Drones can already be effective search and rescue tools, but not in densely-packed forests where the tree cover might block GPS signals. Thankfully, MIT has a clever solution: use the same technology that guides self-driving cars. Its researchers have developed drone tech that uses LIDAR to map forests without any use of GPS. Each drone creates a 2D map that also includes the orientations of trees, making it easy to tell where the robotic aircraft has already been as it searches through a specified area. That, in turn, makes it feasible to merge maps from an entire drone fleet and comb large swaths of forest with a minimum of wasted effort.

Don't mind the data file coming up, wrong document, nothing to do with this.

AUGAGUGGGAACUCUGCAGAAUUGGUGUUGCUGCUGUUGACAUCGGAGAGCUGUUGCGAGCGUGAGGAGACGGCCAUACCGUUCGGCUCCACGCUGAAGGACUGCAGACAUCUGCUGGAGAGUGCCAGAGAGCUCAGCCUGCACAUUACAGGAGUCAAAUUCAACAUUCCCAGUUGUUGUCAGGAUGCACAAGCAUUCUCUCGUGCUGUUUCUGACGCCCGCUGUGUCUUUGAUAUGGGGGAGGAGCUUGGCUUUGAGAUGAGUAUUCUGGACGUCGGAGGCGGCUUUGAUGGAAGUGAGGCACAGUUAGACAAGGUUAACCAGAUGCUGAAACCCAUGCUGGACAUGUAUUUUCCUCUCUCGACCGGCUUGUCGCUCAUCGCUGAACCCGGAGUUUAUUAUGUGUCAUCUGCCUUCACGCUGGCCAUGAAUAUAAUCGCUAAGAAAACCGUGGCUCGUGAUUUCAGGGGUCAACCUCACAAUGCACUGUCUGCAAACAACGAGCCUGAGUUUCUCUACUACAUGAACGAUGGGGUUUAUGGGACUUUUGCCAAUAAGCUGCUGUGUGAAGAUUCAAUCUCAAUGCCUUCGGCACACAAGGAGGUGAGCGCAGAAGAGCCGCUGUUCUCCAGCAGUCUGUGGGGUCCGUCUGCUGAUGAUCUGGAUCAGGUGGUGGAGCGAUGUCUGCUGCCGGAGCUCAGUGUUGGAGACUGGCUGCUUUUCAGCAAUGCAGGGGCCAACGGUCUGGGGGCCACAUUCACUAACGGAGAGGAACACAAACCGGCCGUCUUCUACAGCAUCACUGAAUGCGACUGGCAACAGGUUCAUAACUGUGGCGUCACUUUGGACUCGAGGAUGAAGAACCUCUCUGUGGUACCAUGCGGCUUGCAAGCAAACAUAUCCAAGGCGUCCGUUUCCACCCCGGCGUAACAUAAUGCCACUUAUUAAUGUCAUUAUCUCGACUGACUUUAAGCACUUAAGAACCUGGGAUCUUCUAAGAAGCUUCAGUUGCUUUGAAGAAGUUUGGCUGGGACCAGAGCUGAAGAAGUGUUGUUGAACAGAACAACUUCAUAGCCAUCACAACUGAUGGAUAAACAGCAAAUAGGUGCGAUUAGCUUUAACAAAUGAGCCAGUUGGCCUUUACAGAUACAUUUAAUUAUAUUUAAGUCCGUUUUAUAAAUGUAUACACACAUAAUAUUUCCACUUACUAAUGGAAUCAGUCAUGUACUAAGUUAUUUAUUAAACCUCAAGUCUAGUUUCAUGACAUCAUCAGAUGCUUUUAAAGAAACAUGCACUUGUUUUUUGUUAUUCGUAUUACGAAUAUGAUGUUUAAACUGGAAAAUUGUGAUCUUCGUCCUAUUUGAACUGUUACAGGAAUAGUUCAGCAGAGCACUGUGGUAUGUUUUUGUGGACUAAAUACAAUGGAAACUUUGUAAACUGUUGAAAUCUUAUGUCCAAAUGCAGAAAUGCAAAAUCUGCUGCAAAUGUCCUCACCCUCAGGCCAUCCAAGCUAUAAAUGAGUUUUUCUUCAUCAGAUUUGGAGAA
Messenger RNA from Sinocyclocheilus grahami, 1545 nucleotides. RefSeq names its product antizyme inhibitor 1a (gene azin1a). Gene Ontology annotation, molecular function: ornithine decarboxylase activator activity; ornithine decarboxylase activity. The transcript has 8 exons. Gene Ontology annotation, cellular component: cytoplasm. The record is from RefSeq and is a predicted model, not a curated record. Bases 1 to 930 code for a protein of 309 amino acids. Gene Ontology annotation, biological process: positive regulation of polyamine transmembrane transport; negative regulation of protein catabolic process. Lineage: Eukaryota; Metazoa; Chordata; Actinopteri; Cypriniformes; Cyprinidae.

The drones are more efficient in how they search, too. Rather than simply telling the drones to cover the nearest unexplored area, MIT's method preserves as much of the drone's momentum as possible. This typically results in a spiral pattern that covers an area much faster -- important in a rescue mission when every minute counts.
There are limitations. The current system still needs an external ground station to merge maps, and it would need an object recognition system to identify people. MIT envisions future versions sharing maps when they come in contact, though, and object recognition is entirely realistic. If everything falls into place, the appeal will be obvious. Rescue teams could spot lost and wounded hikers in the woods without relying on large groups of people, and likely at a much faster pace.